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August 29, 2022
Vol. 80
No. 1

A Multi-Tiered Approach to Family Engagement

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No two families are alike, so why should schools' approach to supporting families be cookie cutter?

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A Multi-Tiered Approach to Family Engagement
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A one-size-fits-all approach to family engagement, where all families are expected to have identical needs or respond to one opportunity, leaves both educators and families frustrated. This old way of doing things has largely failed. Genuine family engagement is more than a well-attended open house or small booster group that raises funds for the school. Family engagement initiatives proven to be effective are balanced, equitable, reciprocal, and open partnerships that allow educators and families to share expertise and seek feedback in a mutually trusting way. Each role contributes to the shared goal of student success. To achieve this effective engagement, schools must take a multi-tiered approach.
The goal of a Multi-Tiered Systemic Approach to Family Engagement is that all families not only have the opportunity to engage with the school, but can and do engage through a differentiated approach. We developed this model as part of our work at The Ohio State University, one of 12 federally funded Statewide Family Engagement Centers in the United States. We apply the Multi-Tiered System of Supports (MTSS) framework, used for decades in healthcare and education, by emphasizing that schools' partnership efforts with families must be adaptable and data driven.
To be clear, an MTSS approach does not assign families to tiers. There is no "Tier 3 Family," or "Family of a Tier 2 Student." In this model, schools categorize practices, services, and supports into different tiers, which are then made available to families and staff flexibly in any given situation. The model helps to design a school's approach to family engagement inclusive of all families. Families will need different levels of support at different times and in different situations. They will also take on various roles in the system of supports. Our model is expansive: The purpose is to widen educator practices so that every student's family can be engaged in a meaningful and impactful way.

A Tiered Approach

No two families are alike, and there is no one way for schools to welcome, invite, and successfully partner with each of them. This is why a multi-tiered approach is necessary. The Multi-Tiered Systemic Approach to Family Engagement is flexible and centers on students and families. It works for improving systemic and planned family collaboration at any level of school, for any student learning goal, for behavioral purposes, or for school improvement. It can also be applied to family partnerships in special or general education.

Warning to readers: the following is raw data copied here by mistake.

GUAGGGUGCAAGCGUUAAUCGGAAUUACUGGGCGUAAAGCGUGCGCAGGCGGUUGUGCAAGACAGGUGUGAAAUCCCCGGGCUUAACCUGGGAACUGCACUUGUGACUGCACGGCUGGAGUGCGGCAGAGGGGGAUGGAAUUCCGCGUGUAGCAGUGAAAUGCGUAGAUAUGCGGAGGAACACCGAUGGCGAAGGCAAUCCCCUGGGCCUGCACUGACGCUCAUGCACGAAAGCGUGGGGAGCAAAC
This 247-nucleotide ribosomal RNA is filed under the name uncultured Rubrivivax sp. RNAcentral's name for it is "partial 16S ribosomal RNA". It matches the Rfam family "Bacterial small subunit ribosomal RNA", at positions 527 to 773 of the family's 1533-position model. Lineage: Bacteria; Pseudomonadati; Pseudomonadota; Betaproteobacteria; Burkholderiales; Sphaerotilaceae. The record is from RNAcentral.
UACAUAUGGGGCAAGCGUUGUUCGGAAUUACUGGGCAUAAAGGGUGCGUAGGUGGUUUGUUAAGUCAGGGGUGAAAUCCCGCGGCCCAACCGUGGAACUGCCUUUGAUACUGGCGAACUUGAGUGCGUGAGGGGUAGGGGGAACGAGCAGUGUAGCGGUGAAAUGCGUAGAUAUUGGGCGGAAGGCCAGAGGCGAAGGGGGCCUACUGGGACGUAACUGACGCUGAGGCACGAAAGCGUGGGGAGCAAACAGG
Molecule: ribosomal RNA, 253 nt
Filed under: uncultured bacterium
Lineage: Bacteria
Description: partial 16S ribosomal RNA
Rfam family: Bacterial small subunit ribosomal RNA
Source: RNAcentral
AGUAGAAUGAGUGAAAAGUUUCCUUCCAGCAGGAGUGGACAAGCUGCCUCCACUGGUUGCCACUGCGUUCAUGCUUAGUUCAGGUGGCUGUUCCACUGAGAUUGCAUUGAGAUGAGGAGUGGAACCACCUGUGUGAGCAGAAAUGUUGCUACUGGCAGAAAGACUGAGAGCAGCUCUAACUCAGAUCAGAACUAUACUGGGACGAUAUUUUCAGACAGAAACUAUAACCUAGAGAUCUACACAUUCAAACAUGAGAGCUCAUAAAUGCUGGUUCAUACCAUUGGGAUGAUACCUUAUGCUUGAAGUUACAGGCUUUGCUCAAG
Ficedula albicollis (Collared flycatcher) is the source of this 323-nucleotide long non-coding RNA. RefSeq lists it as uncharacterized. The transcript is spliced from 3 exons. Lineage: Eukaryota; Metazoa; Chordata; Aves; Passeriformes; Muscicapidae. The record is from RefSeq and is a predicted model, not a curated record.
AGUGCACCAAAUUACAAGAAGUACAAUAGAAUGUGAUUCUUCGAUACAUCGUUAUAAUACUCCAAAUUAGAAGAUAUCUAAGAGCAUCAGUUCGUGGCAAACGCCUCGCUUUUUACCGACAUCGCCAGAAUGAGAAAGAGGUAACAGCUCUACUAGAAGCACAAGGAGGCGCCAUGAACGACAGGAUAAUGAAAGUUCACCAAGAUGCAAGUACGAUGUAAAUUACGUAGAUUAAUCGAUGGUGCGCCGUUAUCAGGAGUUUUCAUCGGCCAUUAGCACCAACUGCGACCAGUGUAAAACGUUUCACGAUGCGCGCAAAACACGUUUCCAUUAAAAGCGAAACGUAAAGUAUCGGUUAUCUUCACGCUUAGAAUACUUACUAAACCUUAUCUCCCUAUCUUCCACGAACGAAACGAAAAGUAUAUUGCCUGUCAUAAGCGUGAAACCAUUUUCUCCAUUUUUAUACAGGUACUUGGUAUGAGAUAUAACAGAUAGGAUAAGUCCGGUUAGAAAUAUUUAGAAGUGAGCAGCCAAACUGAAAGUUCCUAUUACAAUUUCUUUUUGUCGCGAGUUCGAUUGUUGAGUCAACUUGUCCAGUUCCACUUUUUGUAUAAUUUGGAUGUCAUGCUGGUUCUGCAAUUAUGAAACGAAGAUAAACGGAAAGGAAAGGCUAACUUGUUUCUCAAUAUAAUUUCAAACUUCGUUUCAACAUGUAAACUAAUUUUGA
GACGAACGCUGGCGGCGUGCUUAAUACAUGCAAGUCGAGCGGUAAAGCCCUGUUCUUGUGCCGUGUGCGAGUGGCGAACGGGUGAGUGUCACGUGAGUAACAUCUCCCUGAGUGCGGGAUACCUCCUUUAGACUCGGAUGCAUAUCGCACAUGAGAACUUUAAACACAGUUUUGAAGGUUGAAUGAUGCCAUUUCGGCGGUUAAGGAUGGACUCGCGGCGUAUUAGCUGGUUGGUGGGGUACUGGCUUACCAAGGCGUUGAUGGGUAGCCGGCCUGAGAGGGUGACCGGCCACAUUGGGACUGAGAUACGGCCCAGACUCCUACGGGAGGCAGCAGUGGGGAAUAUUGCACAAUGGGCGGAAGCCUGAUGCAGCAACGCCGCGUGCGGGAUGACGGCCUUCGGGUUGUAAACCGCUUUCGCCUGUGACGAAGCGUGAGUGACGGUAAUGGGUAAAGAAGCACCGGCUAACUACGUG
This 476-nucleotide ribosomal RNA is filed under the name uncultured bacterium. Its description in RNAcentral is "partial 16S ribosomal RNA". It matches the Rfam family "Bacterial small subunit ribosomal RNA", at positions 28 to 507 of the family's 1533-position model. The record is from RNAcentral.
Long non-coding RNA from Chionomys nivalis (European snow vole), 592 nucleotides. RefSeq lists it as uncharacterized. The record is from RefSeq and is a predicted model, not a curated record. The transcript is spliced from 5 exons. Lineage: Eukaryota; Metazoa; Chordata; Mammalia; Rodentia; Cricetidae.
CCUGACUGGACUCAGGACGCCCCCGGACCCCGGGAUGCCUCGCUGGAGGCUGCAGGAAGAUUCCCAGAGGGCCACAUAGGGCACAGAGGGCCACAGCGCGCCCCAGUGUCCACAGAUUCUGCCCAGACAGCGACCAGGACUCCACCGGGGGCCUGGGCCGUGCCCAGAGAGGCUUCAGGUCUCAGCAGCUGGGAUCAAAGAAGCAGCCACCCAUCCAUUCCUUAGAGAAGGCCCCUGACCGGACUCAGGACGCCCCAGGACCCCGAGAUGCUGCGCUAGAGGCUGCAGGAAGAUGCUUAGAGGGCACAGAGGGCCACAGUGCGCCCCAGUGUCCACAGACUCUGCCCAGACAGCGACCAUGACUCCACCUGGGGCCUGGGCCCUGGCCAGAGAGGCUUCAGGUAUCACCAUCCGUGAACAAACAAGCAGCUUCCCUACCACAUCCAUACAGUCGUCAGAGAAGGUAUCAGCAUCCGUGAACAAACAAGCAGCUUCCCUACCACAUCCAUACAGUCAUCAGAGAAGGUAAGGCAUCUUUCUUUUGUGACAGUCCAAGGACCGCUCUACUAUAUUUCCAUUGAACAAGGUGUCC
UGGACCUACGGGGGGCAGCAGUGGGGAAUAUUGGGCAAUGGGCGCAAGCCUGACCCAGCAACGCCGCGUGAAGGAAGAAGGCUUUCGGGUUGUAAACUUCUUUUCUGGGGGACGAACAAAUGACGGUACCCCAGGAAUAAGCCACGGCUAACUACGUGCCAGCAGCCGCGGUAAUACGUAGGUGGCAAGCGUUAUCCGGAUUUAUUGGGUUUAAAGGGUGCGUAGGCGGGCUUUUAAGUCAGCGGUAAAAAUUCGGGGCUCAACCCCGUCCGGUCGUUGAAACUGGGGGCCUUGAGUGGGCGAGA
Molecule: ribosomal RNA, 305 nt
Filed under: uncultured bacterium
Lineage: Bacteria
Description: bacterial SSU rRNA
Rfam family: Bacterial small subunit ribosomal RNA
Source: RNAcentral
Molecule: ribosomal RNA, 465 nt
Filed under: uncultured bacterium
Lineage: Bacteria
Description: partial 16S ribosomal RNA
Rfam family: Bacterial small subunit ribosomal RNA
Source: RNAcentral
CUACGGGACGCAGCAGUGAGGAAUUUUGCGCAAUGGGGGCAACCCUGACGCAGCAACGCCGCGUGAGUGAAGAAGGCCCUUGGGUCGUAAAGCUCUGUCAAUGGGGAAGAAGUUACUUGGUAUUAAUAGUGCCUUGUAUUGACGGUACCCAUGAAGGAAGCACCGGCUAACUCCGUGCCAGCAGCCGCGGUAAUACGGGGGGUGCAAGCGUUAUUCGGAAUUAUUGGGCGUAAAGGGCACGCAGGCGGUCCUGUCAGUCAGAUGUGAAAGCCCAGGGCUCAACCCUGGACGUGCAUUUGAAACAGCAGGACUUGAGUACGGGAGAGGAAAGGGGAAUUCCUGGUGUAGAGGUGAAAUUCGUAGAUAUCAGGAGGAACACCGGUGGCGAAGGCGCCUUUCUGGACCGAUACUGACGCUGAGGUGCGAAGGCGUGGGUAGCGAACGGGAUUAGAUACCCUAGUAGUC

With multiple tiers, schools no longer think of some families as just too "hard to reach," but create actions and strategies to support partnerships with all families. In our model, there are three tiers—universal, tailored, and intensive. The universal tier includes schoolwide strategies for family engagement that all families experience. The tailored tier addresses common needs and opportunities that groups of families may have, beyond what is being met through universal strategies, and offers tailored engagement opportunities to fit those needs. The intensive tier offers unique engagement opportunities and strategies for a small number of individual families as needed. The value of adopting this approach to family engagement is that proactively planning differentiated engagement strategies enables administrators to prepare positive partnership opportunities in advance, rather than having to react defensively when a one-size-fits-all approach falls short.

Tier 1: Universal

Tier 1 supports are universal, linked to whole-child tenets. These are the school- or program-wide supports accessible to all families, such as family-teacher conferences or whole-school family surveys. Tier 1 establishes the school culture and communication channels necessary for behavior and learning support.
Effective universal supports should meet the needs of at least 80 percent of families. If not, school leaders should review and revise the approach to be responsive and accessible to more families. For example, all families should be able to participate in family-teacher conferences, so these supports should work for a vast majority of caregivers. If they don't, school leaders must look for root causes of the low participation (events scheduled during families' work hours, ineffective school communication) and revise the strategy as appropriate.

The purpose is to widen educator practices so that every student's family can be engaged in a meaningful impactful way.

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Tier 2: Tailored